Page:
The Apple Thunderbolt Display may just be the cleverest display ever. Macworld Lab received our new display Friday morning, and we immediately set out to test the new features.
The $999 Thunderbolt Display’s specifications are impressive, but not much different from Apple’s 27-inch LED Cinema Display () released last year. Both feature LED backlit displays with a resolution of 2560-by-1440 pixels, the same brightness rating of 375 cd/m2, MagSafe power connector for charging a laptop, and three USB 2.0 ports. The Thunderbolt Display has a FaceTime HD camera, while the Cinema Display has an iSight camera.
With Speedmark 7 development behind us, Macworld Lab can once again focus on other Mac-related performance stories. On the top of the list of projects is a follow-up on previous Thunderbolt performance stories (Thunderbolt versus FireWire and USB 2.0, Target Disk Mode and more). This time around, we look at Lion versus Snow Leopard performance, MacBook Air performance, and update our eSATA comparison results using a 6Gbps ExpressCard from StarTech.
In our testing, we used the Thunderbolt-equipped Promise Pegasus R6. We also used a Promise SmartStor DS4600. (We don't have access to a non-Thunderbolt to an array that's similar to the R6.)
Now that the Mac OS has entered the Lion era, its time to bring Macworld’s overall system performance test suite, Speedmark, up to date. With this latest version, Speedmark 7, we’ve updated all of the applications to their current versions, increased files sizes that some tests use, and changed our 3D game test to a more recent title.
One thing that doesn’t change is 2.4GHz Core 2 Duo Mac mini from 2010 that serves as Speedmark’s baseline system to which each Mac’s performance is compared. By keeping the same “100” system as the previous version of Speedmark, it should be easier to compare older systems tested with Speedmark 6.5 to the systems tested with the new Speedmark 7.
Want iMac-like performance, without having to buy an iMac? You can get such a machine from Apple if you customize the new Mac mini. Macworld Lab has tested a build-to-order (BTO) Mac mini, and the results in some of our tests are very close to that of a standard configuration 21.5-inch 2.5GHz Core i5 iMac ().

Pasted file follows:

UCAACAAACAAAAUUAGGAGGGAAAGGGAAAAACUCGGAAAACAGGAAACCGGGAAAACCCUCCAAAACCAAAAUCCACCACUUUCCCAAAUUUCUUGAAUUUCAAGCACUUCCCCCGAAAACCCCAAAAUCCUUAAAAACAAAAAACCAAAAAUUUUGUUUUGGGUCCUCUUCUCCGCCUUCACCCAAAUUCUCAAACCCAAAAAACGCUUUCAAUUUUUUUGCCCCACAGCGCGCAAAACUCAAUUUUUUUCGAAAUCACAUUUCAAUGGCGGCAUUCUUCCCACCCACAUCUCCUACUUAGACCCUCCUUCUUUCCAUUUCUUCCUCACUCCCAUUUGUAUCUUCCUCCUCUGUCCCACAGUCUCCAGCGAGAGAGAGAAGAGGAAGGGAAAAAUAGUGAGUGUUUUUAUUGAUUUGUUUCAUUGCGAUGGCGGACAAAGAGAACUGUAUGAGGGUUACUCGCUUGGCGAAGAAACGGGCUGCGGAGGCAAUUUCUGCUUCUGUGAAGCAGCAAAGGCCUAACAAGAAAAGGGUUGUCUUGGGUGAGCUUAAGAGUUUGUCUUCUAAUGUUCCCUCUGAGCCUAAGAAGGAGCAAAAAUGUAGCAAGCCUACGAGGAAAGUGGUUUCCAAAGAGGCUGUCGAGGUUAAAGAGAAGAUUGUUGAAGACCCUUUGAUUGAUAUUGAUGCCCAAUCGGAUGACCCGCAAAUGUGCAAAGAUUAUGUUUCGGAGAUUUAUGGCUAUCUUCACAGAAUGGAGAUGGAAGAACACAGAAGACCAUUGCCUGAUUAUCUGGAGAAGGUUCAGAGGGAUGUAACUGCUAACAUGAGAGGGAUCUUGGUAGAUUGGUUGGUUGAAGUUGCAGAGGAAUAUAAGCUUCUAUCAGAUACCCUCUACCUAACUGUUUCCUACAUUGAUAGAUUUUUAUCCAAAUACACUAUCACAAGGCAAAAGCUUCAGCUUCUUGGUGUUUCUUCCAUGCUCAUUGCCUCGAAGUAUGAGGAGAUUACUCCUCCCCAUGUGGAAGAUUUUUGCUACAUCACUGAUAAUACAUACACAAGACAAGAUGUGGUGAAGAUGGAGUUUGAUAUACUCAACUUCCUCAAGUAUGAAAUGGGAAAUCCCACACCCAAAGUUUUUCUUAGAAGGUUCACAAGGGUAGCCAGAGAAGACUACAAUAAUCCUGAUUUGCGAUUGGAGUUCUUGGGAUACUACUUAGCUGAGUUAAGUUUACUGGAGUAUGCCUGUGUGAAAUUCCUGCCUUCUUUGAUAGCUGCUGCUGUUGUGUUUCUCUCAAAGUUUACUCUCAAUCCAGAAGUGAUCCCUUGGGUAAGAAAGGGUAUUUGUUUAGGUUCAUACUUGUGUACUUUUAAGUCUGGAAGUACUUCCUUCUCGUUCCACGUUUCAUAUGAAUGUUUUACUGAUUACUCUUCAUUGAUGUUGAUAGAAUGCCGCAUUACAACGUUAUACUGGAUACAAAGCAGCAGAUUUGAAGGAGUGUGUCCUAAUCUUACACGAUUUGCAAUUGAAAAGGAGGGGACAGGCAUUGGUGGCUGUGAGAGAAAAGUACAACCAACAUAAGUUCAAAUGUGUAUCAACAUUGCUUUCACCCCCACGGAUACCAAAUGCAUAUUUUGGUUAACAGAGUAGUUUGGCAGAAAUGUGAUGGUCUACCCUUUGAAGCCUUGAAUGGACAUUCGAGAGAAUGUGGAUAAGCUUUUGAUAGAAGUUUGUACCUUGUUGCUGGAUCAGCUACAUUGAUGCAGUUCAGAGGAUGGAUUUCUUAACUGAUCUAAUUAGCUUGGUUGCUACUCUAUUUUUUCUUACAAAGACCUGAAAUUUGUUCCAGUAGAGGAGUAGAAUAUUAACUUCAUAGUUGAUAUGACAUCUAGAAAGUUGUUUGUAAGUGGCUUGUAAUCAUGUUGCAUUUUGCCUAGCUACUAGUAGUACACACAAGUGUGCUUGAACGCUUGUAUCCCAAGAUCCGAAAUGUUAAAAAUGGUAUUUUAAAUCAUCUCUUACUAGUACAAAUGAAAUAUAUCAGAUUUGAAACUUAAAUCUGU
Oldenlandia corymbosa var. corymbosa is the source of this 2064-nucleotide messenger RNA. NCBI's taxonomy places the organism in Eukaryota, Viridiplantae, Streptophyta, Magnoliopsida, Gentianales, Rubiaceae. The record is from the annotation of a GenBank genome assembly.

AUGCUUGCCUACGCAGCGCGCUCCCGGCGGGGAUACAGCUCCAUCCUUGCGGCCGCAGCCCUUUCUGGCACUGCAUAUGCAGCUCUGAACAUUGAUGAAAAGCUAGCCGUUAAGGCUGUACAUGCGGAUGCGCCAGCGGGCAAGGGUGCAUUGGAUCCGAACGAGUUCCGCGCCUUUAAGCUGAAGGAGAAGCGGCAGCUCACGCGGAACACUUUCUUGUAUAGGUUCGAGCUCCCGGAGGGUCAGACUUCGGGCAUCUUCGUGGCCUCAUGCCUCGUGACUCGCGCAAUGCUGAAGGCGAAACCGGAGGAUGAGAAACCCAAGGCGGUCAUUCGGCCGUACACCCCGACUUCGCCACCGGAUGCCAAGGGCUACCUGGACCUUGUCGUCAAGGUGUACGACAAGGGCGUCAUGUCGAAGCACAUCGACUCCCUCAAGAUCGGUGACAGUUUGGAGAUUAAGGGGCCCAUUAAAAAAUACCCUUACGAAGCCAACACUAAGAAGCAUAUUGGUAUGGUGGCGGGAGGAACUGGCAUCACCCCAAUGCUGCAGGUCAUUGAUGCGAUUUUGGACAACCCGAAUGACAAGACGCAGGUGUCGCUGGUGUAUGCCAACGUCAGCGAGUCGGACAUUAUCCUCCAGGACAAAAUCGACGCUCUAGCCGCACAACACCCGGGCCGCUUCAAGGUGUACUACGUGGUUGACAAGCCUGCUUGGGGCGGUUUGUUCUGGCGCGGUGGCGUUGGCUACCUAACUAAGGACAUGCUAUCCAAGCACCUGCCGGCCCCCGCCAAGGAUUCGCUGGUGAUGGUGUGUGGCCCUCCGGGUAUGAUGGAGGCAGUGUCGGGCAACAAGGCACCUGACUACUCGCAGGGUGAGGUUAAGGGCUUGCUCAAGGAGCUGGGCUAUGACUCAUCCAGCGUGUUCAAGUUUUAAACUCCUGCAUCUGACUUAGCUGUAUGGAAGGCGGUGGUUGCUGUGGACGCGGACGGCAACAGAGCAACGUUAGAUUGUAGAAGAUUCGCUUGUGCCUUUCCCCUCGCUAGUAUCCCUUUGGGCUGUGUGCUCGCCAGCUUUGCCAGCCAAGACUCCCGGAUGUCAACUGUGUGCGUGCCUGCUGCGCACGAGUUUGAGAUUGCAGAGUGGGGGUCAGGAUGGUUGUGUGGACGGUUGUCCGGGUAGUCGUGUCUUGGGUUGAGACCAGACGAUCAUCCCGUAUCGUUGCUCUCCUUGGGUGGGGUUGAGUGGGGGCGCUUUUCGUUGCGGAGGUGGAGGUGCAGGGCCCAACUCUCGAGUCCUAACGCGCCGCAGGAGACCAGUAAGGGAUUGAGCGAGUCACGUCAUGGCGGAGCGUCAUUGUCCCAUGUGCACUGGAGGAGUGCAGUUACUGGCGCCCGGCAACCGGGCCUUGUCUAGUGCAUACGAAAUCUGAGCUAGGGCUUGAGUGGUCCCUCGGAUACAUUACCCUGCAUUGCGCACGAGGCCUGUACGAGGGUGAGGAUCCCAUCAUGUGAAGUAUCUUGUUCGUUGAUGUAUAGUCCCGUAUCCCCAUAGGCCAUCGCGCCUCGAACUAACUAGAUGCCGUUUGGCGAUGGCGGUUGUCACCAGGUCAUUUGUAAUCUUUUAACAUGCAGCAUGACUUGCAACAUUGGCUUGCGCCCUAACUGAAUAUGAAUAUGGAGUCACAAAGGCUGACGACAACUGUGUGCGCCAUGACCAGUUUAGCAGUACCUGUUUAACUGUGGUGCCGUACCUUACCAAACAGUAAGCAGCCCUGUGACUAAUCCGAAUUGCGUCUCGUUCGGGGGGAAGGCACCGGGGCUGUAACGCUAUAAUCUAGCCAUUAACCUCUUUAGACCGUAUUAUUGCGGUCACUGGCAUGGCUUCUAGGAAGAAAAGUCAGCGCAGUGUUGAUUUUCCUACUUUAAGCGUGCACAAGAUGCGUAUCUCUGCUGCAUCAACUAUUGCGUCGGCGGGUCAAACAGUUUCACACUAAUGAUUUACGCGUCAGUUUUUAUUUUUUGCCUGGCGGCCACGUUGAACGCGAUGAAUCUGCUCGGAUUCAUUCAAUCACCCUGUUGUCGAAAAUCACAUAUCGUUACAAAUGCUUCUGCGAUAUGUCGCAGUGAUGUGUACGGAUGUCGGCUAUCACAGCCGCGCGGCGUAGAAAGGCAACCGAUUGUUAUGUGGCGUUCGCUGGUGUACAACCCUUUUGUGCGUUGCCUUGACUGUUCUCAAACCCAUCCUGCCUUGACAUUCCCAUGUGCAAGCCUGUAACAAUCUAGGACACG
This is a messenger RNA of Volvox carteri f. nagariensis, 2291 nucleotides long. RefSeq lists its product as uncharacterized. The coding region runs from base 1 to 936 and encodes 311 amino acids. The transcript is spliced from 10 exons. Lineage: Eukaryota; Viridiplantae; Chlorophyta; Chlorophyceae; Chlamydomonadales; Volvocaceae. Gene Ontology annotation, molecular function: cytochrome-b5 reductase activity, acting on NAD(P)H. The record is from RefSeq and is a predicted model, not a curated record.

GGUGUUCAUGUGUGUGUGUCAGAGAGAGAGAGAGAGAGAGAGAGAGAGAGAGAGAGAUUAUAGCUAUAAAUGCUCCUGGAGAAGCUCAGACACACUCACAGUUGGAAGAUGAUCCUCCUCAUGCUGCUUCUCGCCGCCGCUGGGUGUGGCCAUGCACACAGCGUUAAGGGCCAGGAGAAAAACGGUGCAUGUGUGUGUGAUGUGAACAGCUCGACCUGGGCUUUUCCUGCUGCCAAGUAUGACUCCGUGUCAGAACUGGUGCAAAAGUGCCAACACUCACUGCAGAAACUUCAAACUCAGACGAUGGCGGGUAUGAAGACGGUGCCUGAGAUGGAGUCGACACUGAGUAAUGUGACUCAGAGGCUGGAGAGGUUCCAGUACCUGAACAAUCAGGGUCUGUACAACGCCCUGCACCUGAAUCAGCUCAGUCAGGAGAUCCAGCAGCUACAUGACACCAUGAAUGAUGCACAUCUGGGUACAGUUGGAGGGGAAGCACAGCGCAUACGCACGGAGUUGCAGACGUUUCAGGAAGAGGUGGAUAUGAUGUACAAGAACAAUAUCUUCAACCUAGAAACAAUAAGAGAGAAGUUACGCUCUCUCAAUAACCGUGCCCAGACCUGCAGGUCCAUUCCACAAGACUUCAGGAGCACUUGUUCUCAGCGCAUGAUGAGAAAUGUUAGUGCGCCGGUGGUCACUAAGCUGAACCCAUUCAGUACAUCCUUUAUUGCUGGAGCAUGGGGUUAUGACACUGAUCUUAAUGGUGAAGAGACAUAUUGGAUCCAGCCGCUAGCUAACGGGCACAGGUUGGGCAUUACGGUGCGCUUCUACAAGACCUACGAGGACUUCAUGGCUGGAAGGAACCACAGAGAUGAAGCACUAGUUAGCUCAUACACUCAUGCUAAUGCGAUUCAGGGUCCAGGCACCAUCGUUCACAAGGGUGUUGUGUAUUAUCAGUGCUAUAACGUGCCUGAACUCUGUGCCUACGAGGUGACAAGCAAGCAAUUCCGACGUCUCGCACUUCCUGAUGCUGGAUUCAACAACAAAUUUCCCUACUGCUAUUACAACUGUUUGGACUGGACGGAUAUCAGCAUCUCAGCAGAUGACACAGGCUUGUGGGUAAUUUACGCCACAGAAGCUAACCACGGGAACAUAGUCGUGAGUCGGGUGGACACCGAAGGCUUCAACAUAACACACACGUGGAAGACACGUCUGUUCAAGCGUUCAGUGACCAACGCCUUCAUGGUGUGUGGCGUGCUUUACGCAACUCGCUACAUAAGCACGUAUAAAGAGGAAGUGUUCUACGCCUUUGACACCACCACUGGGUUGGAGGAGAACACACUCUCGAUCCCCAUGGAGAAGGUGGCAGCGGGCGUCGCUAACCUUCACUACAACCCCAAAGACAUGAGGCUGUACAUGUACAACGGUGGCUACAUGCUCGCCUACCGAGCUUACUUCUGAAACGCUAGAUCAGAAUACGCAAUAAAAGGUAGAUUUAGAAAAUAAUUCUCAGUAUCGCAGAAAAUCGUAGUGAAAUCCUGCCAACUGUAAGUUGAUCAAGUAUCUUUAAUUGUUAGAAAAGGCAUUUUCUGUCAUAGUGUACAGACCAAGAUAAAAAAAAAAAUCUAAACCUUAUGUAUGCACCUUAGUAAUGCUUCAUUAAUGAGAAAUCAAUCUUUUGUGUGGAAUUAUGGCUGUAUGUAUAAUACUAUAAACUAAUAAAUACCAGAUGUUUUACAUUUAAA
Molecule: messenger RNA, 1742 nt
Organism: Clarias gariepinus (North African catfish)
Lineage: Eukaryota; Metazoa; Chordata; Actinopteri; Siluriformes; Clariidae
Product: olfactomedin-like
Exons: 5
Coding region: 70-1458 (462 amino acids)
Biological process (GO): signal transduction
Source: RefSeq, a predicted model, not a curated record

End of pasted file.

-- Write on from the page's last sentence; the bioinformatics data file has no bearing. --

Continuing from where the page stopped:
The BTO Mac mini we tested doesn’t come cheap, however. To put together the machine, we took the standard configuration 2.5GHz dual-core Core i5 Mac mini (), and upgraded the processor to a 2.7GHz dual-core Core i7, which adds $100 to the original $799 price. We also replaced the standard 5400-rpm 500GB hard drive with a 256GB solid-state drive (SSD), which costs $600. That brings the total price of the BTO Mac mini to $1499, which is $300 more than the 21.5-inch 2.5GHz Core i5 iMac. (Both the BTO Mac mini and the standard-configuration iMac had 4GB of RAM during our benchmark tests.)
The Canon Pixma MG5320 Wireless Inkjet Photo All-In-One Printer costs a reasonable $150, hitting the pricing sweet spot at the consumer-oriented end of the color inkjet multifunction category. It also manages to lift itself above the crowd a bit by adding CD/DVD printing capability, plus some other improvements.
The ability to print on specially coated CDs or DVDs is still pretty rare. The Pixma MG5320 comes with a caddy that inserts into a slot above the output area; also included is an adapter for 3.15-inch discs. Canon offers no on-machine storage for the caddy, which is inconvenient. And the disc-printing process involves a specific sequence of steps that is confusingly covered in two places: under the loading/unloading media discussion in the Printing section of the documentation, and under the layout and printing explanation in the documentation for the bundled Easy-PhotoPrint EX software. The printer also takes a few minutes to prepare itself to print on a disc.
Paper handling is generous for an MFP in this price range. The MG5320 has a bottom drawer for holding up to 150 sheets of letter-size plain paper; a rear, 150-sheet vertical tray takes everything else. Duplex (two-sided) printing is automatic. The 50-sheet output tray is adequately sized, and it opens automatically when you send a print job. Other features include both USB and wireless connectivity, a USB/PictBridge port, and slots for MultiMedia Card, Memory Stick, and SD Card.
Western Digital’s My Passport Essential is a portable hard drive that fits easily into your jeans pocket. It’s simple to use, really quiet, and offers read speeds that closely rival other drives in its category.
Shaped like an iPod classic and with rounded corners for a clean look, the device measures 4.3 by 3.3 by 0.5 inches and weighs just 0.4 pounds. Only three clues let you know you’re dealing with an external drive: the Western Digital logo on the bottom right corner, a pinhole-sized activity light on the left, and the USB 3.0 port on the bottom.
How fast is a MacBook Air when it's powered by an Intel Core i7 processor? Now that we've posted performance reports for the standard-configuration MacBook Airs, it was time to turn our attention to testing the optional, build-to-order (BTO) configurations of Apple’s latest line of ultra-portable computers.
The brains of the mid-2011 MacBook Airs are ultra-low-voltage Intel Core i5 processors: in the 11-inch model it runs at 1.6GHz, and in the 13-inch model it's 1.7GHz. Macworld Lab ordered both an 11-inch and a 13-inch MacBook Air with faster 1.8GHz Core i7 processors. Upgrading the 11-inch 128GB model to use the Core i7 processor will cost you $150. Upgrading the 13-inch will set you back $100. So what does the extra money buy you in terms of performance? (Keep in mind that the stock Core i5 processors in the Airs already include Hyperthreading and Turbo Boost, two performance-enhancing features, so the difference between the original and upgraded processors is mostly slightly greater clock speed and 1MB more L3 cache.)